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Chicken Ramen Recipe

Chicken Ramen Recipe

I was pregnant through the winter. And like any pregnant woman I had a pregnancy craving that could not be beat. Ramen!

I was constantly taking the subway 3 stops from our apartment and dropping into our favorite ramen restaurant taking a seat at the counter and indulging in delicious, warm, brothy, comforting ramen soup.

I went so much that by the time I was 8 months pregnant the cooks, waitresses and host all recognized me the moment I walked in.

The best part of going? About halfway through a bowl of ramen Leo would start kicking up a storm. It felt like a special tradition we were starting together. Mom and Son time going out for ramen.

Real ramen is some of the best stuff on earth. At our favorite restaurant people will line up and wait 2-3 hours for a bowl of deliciousness. My craving for it has stuck permanently. I've even brought Leo with me to the restaurant a few times since he's been born to show him off to everyone.

But getting into the city with a baby can be difficult. Luckily I've found this amazing Chicken Ramen Recipe by Marc Matsumoto.

With 12 inches of snow scheduled for today I'm staying inside and making a big bowl to cozy up with!


  • 31 3/4 ounces Chicken bones 
  • 15.87 ounces Chicken wing tips 
  • 1 Small leek(cut into 4 pieces) 
  • 1.5 inches Ginger - fresh(sliced into 8 coins) 
  • 4 large cloves Garlic(unpeeled) Vegetable oil(for frying the aromatics) 
  • 3 inches Dashi kombu 
  • 10 cups Water 
  • 1/4 cup Toasted sesame oil 
  • 3 Scallions(white part only, minced) 
  • 1 tablespoon Soy sauce 
  • 1 cup Soy milk - unsweetened 
  • 1 tablespoon Soy sauce 
  • 1 tablespoon Salt 
  • 4 portions Ramen noodles(boiled according to package directions)


  1. Bring a kettle full of water to a boil. Lay the wing tips and chicken bones in a clean sink, then pour the boiling water over the chicken. Wash the chicken with cold water. 
  2. In a small saucepan, add the leeks, ginger and garlic, then cover with vegetable oil. Gently fry over medium low heat until the aromatics are dark brown, but not burnt (about 30-40 minutes). 
  3. Add the kombu, wingtips and bones to a pressure cooker and cover with 10 cups of water. Bring it to a boil uncovered, then skim off the film that floats to the top. Continue skimming until you don't see any more film. Remove the kombu and discard.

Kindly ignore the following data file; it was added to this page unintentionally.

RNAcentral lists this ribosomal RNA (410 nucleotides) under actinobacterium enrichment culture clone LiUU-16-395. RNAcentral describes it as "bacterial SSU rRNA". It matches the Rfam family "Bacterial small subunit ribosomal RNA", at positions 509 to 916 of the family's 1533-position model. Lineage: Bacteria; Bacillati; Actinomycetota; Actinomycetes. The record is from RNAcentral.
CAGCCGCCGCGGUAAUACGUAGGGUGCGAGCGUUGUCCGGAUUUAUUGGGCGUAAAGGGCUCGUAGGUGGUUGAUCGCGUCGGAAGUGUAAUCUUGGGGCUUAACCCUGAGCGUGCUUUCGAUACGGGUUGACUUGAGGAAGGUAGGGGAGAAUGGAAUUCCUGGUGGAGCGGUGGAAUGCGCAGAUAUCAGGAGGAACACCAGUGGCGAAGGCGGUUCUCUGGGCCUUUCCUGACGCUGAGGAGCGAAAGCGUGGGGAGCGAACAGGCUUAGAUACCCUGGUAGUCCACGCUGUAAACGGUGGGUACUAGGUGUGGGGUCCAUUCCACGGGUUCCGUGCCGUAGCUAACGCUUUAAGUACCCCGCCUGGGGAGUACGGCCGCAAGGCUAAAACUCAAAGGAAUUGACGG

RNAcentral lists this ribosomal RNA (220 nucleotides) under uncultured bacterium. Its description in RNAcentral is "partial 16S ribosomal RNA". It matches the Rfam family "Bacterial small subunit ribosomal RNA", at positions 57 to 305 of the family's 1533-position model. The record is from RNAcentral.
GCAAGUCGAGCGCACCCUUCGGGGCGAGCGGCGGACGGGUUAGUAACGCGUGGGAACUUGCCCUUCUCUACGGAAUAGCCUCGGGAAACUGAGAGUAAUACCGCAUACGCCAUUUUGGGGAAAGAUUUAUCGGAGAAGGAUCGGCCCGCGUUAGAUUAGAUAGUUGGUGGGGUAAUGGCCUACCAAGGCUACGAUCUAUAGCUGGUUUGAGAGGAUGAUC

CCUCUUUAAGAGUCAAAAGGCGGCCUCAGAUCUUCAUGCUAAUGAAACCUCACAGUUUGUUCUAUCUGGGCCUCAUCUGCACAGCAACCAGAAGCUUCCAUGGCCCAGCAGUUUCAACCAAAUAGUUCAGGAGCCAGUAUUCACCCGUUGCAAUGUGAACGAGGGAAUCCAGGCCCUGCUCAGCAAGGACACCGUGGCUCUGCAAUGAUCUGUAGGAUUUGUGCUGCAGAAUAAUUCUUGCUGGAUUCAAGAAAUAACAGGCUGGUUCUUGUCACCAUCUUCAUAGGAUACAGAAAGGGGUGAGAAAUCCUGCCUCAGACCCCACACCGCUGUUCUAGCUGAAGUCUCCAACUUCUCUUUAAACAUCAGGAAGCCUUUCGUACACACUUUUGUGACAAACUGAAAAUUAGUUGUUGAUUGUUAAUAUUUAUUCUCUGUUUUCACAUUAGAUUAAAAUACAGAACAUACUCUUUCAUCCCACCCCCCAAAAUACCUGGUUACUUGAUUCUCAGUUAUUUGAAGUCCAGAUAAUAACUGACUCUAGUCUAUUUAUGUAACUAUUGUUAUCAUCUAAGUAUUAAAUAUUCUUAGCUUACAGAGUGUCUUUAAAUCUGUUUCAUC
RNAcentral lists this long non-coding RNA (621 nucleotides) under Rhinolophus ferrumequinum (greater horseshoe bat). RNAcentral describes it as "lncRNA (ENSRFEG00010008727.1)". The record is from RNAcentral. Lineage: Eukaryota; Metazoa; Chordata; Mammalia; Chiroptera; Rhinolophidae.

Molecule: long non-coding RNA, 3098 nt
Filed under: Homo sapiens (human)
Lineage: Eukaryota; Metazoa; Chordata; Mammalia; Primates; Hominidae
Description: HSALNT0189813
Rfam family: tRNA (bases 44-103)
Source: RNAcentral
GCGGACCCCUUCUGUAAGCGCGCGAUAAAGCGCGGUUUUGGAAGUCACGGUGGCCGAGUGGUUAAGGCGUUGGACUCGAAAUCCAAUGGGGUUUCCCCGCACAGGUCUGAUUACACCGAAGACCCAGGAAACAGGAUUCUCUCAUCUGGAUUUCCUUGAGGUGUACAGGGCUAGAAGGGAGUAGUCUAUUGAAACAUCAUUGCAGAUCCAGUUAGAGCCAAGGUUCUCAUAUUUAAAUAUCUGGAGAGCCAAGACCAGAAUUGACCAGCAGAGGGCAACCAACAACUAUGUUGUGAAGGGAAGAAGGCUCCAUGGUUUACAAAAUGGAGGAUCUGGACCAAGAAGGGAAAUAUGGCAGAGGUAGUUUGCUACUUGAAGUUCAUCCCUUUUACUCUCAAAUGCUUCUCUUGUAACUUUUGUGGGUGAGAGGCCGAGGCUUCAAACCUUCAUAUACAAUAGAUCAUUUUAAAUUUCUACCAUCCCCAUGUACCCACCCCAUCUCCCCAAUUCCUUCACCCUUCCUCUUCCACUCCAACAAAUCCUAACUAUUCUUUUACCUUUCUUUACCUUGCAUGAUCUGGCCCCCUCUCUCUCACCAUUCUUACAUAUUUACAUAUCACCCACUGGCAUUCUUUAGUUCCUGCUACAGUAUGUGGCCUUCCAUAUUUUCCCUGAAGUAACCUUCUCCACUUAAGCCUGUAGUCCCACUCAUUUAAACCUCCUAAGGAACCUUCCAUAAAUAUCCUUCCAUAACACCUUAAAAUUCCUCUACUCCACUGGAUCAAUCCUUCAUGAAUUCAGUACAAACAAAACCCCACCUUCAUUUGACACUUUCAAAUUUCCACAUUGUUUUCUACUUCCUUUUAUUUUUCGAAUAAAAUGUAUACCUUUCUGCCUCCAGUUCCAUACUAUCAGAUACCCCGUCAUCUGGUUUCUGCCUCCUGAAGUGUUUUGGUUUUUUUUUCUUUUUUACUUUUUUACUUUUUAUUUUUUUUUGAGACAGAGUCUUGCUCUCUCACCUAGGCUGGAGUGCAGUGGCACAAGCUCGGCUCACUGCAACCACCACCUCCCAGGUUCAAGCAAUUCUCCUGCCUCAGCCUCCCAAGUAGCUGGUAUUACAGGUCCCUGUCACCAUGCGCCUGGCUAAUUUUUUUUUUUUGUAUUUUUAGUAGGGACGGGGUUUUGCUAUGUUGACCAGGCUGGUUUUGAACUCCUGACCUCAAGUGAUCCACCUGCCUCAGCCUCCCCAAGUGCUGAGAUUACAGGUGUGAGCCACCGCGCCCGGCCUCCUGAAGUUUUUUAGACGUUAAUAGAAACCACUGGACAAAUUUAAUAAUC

4. Drain the fried leeks, ginger and garlic and add them to the pressure cooker. 
  5. Turn off the heat and seal the lid on the pressure cooker. Set the pressure to high and the bring the cooker up to pressure over high heat (you should hear whistling). Turn down the temperature until there's a gentle whistling sound coming from the pressure regulator. If it's hissing violently your heat is up too high, if you don't hear anything your heat is down too low. Cook for 1 hour. 
  6. When the stock is done cooking, let it cool to room temperature. 
  7. Pour it through a large strainer into a large bowl. Squeeze the solids with your hands to extract as much liquid as possible. You'll notice that the liquid starts turning a creamy white. This is what gives the soup its body so be sure you get every last drop. Pour the strained soup through an extra fine sieve (such as a tea strainer) into a clean container. You can either stop here and refrigerate the stock or keep going.
  8. If you refrigerated the stock, it should be fairly easy to scrape off the excess fat with a spoon. If not, use a fat skimmer to skim off the extra fat and set the fat aside. In either case, you want to leave a little fat behind. Measure your the soup. You should have about 6 cups, if you have more, you should boil it down to 6 cups, if you have less, add water. 
  9. To make the caramelized scallion oil, add the sesame oil along with about 2 tablespoons of chicken fat that you've skimmed from the soup to a small saucepan. Put the saucepan over medium heat, then add the minced scallions. Fry the scallions until they are medium to dark brown in color. Turn off the heat, then carefully add 1 tablespoon of soy sauce. The oil will sputter, so be very careful. This caramelizes the soy sauce, giving it a wonderful toasty aroma.
  10. To make the soup, add the 6 cups of strained stock to a pot, add 1 tablespoon of soy sauce, 1 tablespoon of salt, and the soy milk and gently heat. 
  11. Boil your noodles according to the package directions. 
  12. To finish the ramen divide the noodles between four bowls, pour the soup over the noodles then top with your choice of toppings. I served this with a soft boiled egg, menma, shredded scallions, and chicken chashu, but what you top it with is up to you. Then drizzle on some of the caramelized scallion oil. Serve immediately.


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